Toddler among 5 killed in Ga. head-on collision
LAGRANGE, Ga. — A driver ignoring a no-passing zone on a west Georgia highway crossed into oncoming traffic and collided head-on with another car, killing himself and four others, including a 1-year-old boy, the Georgia State Patrol said on Saturday.
The deadly crash on Friday night in LaGrange, near the Alabama state line, injured two teenage passengers who were airlifted in critical condition to hospitals in Atlanta and Columbus, said Georgia State Patrol spokesman Gordy Wright.
Witnesses said a 1986 Oldsmobile Cutlass was moving at a high speed when it crossed into the lane for oncoming traffic to pass another vehicle, though the roadway was marked as a no-passing zone. The Oldsmobile, driven by 28-year-old Willie Hooks of LaGrange, slammed into the front of a 1995 Pontiac GrandAm.
“Alcohol is suspected as a possible contributing factor,” Wright wrote in an email. “And blood was drawn from Mr. Hooks to determine a blood-alcohol content.”
The State Patrol said the driver of the Pontiac, 23-year-old Melanie Kay Lemmon of LaGrange, was killed along with three passengers in her car: Miranda L. Hurston, 37; Hurston's 16-year-old son, Tridarius Harrison; and her 1-year-old grandson, Quamauri C. Harrison.
Authorities said Hurston also had two teenage daughters who were in the Pontiac and survived the crash. Shaquavious S. Harrison, 18, and Jayvianna C. Hurston, 15, were both in critical condition Saturday morning, Wright said. Shaquavious Harrison is the mother of the baby boy who died.
Show commenting policy
TribLive commenting policy
You are solely responsible for your comments and by using TribLive.com you agree to our Terms of Service.
We moderate comments. Our goal is to provide substantive commentary for a general readership. By screening submissions, we provide a space where readers can share intelligent and informed commentary that enhances the quality of our news and information.
While most comments will be posted if they are on-topic and not abusive, moderating decisions are subjective. We will make them as carefully and consistently as we can. Because of the volume of reader comments, we cannot review individual moderation decisions with readers.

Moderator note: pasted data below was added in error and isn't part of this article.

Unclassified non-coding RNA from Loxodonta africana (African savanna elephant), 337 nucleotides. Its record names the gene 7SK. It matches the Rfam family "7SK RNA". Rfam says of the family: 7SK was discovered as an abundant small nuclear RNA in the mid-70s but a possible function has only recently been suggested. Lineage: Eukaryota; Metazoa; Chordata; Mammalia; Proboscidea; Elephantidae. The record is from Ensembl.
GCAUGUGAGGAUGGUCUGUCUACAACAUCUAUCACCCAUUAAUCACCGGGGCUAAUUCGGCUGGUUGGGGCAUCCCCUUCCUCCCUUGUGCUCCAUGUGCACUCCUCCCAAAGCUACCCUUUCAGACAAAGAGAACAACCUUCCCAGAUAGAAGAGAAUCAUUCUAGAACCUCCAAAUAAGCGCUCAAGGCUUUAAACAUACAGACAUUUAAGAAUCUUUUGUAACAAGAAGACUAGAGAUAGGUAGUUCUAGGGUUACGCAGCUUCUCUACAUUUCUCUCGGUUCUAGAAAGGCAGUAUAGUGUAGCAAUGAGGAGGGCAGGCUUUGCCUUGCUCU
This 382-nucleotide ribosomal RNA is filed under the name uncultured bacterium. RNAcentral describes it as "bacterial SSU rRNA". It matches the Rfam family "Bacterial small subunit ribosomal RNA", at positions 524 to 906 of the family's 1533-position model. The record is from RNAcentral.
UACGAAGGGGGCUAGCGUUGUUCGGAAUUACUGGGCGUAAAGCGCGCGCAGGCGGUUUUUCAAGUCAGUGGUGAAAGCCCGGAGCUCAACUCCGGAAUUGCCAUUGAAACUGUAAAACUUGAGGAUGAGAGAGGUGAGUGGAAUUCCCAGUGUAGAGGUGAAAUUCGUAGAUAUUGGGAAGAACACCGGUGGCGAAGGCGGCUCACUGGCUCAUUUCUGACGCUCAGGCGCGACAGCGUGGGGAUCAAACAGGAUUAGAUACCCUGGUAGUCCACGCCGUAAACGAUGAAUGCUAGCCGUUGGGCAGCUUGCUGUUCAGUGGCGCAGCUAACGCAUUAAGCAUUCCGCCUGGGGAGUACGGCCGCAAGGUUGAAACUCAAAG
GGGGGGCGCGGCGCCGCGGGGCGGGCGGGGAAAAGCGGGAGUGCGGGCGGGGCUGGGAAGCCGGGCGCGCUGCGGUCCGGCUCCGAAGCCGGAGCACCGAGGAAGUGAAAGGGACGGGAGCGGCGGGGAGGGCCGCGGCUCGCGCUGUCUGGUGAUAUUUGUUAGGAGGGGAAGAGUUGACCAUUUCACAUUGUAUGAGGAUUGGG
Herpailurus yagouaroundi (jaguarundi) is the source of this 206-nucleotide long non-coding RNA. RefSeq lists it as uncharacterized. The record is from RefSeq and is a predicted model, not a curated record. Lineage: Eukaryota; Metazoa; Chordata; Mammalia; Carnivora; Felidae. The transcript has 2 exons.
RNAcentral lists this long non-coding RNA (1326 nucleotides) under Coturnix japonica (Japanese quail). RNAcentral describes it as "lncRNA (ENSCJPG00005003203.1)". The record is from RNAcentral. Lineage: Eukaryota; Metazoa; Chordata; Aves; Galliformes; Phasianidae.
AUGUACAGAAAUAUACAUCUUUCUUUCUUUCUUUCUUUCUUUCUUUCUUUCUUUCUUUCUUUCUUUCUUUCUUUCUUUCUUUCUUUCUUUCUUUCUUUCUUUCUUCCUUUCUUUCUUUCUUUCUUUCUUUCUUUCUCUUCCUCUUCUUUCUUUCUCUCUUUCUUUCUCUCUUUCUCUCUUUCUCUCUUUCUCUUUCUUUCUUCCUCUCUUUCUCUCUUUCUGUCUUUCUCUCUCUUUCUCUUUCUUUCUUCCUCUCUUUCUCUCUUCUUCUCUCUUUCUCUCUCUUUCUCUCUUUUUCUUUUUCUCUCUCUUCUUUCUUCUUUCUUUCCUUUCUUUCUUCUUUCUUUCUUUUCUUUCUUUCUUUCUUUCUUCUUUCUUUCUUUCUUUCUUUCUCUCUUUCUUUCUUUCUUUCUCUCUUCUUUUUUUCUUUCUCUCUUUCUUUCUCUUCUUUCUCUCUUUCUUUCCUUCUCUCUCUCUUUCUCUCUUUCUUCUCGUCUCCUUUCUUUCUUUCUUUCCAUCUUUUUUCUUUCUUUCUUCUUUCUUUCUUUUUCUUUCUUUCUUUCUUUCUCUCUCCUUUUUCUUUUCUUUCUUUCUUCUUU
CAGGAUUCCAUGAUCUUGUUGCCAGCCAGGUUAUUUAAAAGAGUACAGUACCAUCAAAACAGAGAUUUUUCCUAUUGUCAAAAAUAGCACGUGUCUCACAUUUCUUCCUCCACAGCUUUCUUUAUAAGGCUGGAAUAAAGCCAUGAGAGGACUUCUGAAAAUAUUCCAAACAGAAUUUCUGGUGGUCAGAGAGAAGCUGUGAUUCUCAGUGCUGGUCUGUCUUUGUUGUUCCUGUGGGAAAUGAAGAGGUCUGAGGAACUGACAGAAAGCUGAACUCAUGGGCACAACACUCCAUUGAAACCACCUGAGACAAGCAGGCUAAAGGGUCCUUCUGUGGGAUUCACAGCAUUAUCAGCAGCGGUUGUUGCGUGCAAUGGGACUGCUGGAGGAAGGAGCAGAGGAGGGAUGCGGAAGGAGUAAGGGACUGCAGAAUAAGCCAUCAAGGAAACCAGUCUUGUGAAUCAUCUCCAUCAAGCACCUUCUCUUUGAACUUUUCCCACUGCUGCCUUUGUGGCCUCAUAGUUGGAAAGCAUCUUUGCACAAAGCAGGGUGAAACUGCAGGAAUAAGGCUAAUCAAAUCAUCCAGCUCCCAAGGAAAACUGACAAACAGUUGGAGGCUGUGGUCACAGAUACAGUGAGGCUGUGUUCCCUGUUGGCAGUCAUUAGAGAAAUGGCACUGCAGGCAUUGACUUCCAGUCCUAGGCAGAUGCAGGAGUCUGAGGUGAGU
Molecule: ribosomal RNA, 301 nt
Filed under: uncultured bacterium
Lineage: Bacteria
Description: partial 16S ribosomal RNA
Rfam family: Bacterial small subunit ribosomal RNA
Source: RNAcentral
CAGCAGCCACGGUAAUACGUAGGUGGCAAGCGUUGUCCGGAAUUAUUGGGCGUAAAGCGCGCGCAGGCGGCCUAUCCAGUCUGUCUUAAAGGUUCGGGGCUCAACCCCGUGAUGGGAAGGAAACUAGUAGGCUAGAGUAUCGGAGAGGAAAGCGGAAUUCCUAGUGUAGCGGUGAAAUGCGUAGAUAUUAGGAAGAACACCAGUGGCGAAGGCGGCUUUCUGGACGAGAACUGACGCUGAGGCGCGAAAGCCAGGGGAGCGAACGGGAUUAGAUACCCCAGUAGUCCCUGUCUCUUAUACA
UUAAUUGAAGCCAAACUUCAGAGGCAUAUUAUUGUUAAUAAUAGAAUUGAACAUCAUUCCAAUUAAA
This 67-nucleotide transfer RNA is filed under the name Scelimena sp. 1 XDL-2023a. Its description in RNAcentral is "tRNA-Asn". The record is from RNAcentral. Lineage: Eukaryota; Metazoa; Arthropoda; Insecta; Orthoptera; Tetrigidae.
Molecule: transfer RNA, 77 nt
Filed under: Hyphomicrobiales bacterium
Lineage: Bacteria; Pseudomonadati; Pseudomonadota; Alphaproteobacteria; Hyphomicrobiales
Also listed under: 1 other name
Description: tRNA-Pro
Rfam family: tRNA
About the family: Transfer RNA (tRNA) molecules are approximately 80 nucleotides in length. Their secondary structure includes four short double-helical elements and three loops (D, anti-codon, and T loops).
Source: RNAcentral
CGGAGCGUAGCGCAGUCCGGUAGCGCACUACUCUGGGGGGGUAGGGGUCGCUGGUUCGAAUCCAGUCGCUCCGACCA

We value thoughtful comments representing a range of views that make their point quickly and politely. We make an effort to protect discussions from repeated comments either by the same reader or different readers.
We follow the same standards for taste as the daily newspaper. A few things we won't tolerate: personal attacks, obscenity, vulgarity, profanity (including expletives and letters followed by dashes), commercial promotion, impersonations, incoherence, proselytizing and SHOUTING. Don't include URLs to Web sites.
We do not edit comments. They are either approved or deleted. We reserve the right to edit a comment that is quoted or excerpted in an article. In this case, we may fix spelling and punctuation.
We welcome strong opinions and criticism of our work, but we don't want comments to become bogged down with discussions of our policies and we will moderate accordingly.
We appreciate it when readers and people quoted in articles or blog posts point out errors of fact or emphasis and will investigate all assertions. But these suggestions should be sent via e-mail. To avoid distracting other readers, we won't publish comments that suggest a correction. Instead, corrections will be made in a blog post or in an article.
- People who knew Virginia TV station shooter Flanagan recall his quick temper
- Clinton: Women ‘expect’ extremism from terrorists, not GOP candidates
- Compatibility of 1st-responder radios in doubt
- Researchers close in on universal flu vaccine
- US economy surged at 3.7 percent rate in April-June quarter
- Planned Parenthood alleges ‘smear’ campaign in letter to top lawmakers
- 13 states spared EPA regulation of waterways
- Bison gores worker on California’s Catalina Island
- Obama marks Hurricane Katrina anniversary in New Orleans visit
- Mobile forensics lab used in search of Subway pitchman Fogle’s Indiana home
- Teens’ e-cigarette use linked with later smoking